The Vacuum Tube may be the greatest discovery and invention by mankind. Discovering that electrons can flow from a heated element to a plate in a vacuum, then discovering that by placing a fine metal screen across the path of this electron flow with the voltage of the screen hindering the flow to the plate, the concept of amplifying a weak signal was thought up. Until a better way to regulate current for amplification came by way of the transistor, vacuum tubes were used to create everything electronic, from radios and televisions to computers. Transistors can do it with lower power requirements and a lot less space, but every circuit we use was invented using the tube.

Using a heated element to cause electron flow to a metal plate is called thermionic emission. Because electrons flow from the heated element to the plate, the flow is strictly one way. This means that if AC (See Ohm’s Law) came to the element, it would only allow the part where the voltage was negative with respect to ground to pass through. All positive voltage would block electron flow to the plate. This one way tube became known as a diode. Diodes quickly became useful for converting AC to DC by using two or four diodes to keep the voltage positive or negative throughout the AC flow (called rectification). It was also discovered that a diode can act as a detector to separate the audio from an amplitude-modulated (AM) radio signal. Still, radios required headphones in order to hear the audio.

The Audion Triode was invented by Lee de Forest in 1906. It had a heating element called a filament, a plate, and a grid – the Control Grid. Using Ohm’s Law (See Ohm’s Law), we know that there is a voltage drop across a resistor depending on the amount of current flowing through the resistor (V = IR). Connecting a resistor between the plate and a high voltage source, the current change will change the voltage at the plate. Zero current will cause the plate voltage to be the same as the source voltage and the higher the current, the lower the voltage at the plate. Any radio signal traveling into grid will change the current flow at a higher rate than the signal’s flow and the voltage swing will be much higher at the plate than at the grid. Thus, the signal at the plate will look like a bigger version of the signal coming into the grid. The signal’s voltage will be inverted (upside down), but the signal phase is not usually an issue.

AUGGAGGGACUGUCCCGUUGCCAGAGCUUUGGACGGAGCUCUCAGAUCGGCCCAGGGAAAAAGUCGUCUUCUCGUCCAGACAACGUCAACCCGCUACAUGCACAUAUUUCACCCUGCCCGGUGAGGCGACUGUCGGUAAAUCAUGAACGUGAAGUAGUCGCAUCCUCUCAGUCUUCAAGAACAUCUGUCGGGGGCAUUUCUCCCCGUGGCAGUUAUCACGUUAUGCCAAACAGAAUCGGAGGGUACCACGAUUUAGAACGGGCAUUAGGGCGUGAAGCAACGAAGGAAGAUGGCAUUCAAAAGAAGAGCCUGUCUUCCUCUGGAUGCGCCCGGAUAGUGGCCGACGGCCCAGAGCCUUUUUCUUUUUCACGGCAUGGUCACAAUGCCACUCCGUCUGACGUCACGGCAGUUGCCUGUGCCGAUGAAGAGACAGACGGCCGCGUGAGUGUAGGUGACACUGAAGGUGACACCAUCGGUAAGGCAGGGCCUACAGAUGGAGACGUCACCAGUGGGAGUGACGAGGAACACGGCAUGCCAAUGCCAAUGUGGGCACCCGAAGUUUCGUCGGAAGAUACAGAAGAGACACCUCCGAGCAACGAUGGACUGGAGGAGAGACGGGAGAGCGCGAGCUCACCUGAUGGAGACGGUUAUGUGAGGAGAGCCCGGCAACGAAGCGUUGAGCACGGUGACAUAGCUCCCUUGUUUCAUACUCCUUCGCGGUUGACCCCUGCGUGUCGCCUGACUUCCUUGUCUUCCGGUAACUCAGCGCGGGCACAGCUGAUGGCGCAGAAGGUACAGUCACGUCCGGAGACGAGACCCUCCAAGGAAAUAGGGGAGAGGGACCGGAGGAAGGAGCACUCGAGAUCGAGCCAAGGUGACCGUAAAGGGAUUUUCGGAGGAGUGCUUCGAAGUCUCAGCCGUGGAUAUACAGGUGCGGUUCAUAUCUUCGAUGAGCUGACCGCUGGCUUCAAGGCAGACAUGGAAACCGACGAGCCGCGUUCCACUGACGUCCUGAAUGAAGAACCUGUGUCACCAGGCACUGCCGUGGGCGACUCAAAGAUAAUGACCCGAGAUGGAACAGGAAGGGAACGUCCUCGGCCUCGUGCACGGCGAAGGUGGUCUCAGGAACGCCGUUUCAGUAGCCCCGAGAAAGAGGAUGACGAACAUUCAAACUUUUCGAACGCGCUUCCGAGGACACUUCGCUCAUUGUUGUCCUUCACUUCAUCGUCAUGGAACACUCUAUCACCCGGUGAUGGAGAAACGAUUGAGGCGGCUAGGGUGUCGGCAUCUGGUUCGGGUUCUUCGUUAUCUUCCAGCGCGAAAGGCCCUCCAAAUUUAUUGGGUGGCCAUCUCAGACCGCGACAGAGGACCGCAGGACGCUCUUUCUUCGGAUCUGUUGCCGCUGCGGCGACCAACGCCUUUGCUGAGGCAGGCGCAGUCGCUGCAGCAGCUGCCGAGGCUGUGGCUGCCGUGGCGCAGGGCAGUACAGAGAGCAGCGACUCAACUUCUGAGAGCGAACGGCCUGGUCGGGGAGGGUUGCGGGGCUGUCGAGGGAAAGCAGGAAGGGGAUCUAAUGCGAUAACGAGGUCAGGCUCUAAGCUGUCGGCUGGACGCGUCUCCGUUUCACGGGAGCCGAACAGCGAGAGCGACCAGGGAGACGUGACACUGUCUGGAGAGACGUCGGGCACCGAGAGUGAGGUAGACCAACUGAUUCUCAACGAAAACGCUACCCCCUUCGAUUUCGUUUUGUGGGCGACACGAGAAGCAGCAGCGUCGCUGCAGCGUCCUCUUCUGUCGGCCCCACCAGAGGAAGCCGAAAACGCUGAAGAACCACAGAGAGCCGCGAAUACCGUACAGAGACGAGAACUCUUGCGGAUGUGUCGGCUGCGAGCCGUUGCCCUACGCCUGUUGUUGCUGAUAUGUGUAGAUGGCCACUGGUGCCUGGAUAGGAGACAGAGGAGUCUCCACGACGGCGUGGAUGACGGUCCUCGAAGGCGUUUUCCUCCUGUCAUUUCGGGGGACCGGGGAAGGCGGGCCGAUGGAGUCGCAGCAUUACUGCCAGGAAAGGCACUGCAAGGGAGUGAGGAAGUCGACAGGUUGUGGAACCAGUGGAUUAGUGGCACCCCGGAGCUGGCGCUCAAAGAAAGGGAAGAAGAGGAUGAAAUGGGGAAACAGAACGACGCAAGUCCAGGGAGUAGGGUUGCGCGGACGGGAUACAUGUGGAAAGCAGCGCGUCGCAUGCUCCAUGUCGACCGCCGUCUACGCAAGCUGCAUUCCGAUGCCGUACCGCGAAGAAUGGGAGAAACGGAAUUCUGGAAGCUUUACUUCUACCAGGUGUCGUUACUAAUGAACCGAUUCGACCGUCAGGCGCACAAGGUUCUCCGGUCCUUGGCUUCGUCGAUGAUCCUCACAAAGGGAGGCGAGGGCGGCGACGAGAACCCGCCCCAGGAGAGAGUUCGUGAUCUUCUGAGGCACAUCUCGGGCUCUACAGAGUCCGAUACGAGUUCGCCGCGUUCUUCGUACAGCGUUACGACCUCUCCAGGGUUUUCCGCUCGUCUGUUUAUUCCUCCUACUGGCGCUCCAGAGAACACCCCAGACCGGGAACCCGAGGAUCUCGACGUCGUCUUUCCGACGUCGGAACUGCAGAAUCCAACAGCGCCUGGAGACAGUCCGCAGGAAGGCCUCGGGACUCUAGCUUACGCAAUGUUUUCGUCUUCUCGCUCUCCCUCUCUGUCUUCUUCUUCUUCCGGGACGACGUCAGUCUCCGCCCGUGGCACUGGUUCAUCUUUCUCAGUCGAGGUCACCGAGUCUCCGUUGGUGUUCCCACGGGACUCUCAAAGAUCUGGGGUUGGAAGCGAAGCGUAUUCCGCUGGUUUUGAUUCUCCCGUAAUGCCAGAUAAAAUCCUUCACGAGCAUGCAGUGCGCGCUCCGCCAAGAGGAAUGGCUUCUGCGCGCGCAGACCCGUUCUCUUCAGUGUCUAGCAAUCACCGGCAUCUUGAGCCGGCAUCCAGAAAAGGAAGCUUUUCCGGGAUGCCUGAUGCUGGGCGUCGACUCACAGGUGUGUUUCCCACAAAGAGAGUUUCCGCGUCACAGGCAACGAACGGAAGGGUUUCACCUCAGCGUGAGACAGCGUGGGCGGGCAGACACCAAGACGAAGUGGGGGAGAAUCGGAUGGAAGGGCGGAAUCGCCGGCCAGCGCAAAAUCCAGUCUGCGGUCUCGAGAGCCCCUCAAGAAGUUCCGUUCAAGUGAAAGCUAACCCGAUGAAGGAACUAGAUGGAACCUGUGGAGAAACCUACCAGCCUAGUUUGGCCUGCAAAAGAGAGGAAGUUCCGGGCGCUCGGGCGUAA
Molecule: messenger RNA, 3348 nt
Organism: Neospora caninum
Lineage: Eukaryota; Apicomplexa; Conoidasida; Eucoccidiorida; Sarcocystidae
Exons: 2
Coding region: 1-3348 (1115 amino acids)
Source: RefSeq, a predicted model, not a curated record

Using the filament was not real practical, so a cathode was placed between the filament and the grid and as long as the voltage is negative with respect to the plate voltage, electron flow isn’t hindered. Filaments became heated through a separate power source. The Audion was not a perfect vacuum and the residual gas had a blue glow. After de Forest sold the patent to AT&T, it was discovered that better vacuums created higher electron flow from the filament. Making better tubes created problems. The space between the grid and the plate (also called an anode) acted as a capacitor and thus would convert the tube into an oscillator (a circuit that generates waveforms). A special plate transformer was created to eliminate the oscillating, but it was discovered that placing another grid between the control grid and the anode, called a screen grid, solved the problem with capacitance. The inventor of this tube, called a Tetrode, was Walter H. Schottky, who would later be important in transistor development.

Now, another problem arose. The screen grid could hinder the plate current at higher voltages, so another grid, the suppressor grid was placed between the screen grid and the anode and the Pentode was invented. All of this by 1926, along with the early invented cathode-ray tube, meant that not only radios could be improved, but other ideas became reality. Tubes could also convert light to electrons and convert the electrons back to light. Television was first experimented by the time the pentode tube was created.

Not only could the tube be used for signal amplification, but also for switches. Unlike mechanical relays, vacuum tubes (and transistors) were fast. Although tube failures could be an issue, keeping filaments on constantly minimized failures. Thus computers like the ENIAC and the first UNIVAC were built with tubes.

Eventually, the transistor replaced the tube. With special exceptions, transistors are better. They require no glass, no heat and no vacuum. They’re now made so small, millions can take up an area the size of a fingertip. Tubes needed to be spaced as to not make too much heat. A computer with 20,000 tubes is quite big and the computing power of those matched that of the first solid-state calculators. A smartphone is more powerful than computers that used to take up large rooms by a wide factor.

This is just a simple explanation of how tubes affected our lives. Nikola Tesla may have discovered how to transmit signals through the air, but without the vacuum tube we would not have radio or television like it is today. No such discoveries are taking place today; instead we are just moving these things around in a box and calling it something different. The inventors would be shocked to see what we can do today, but they also would be shocked to see what we can’t do. Just watch those futuristic movies from ninety years ago. Their advancement of technology was far greater than today. We do not have the ideas, the imagination, or the wisdom they had back then. The invention of the vacuum tube is why technology is where it is today.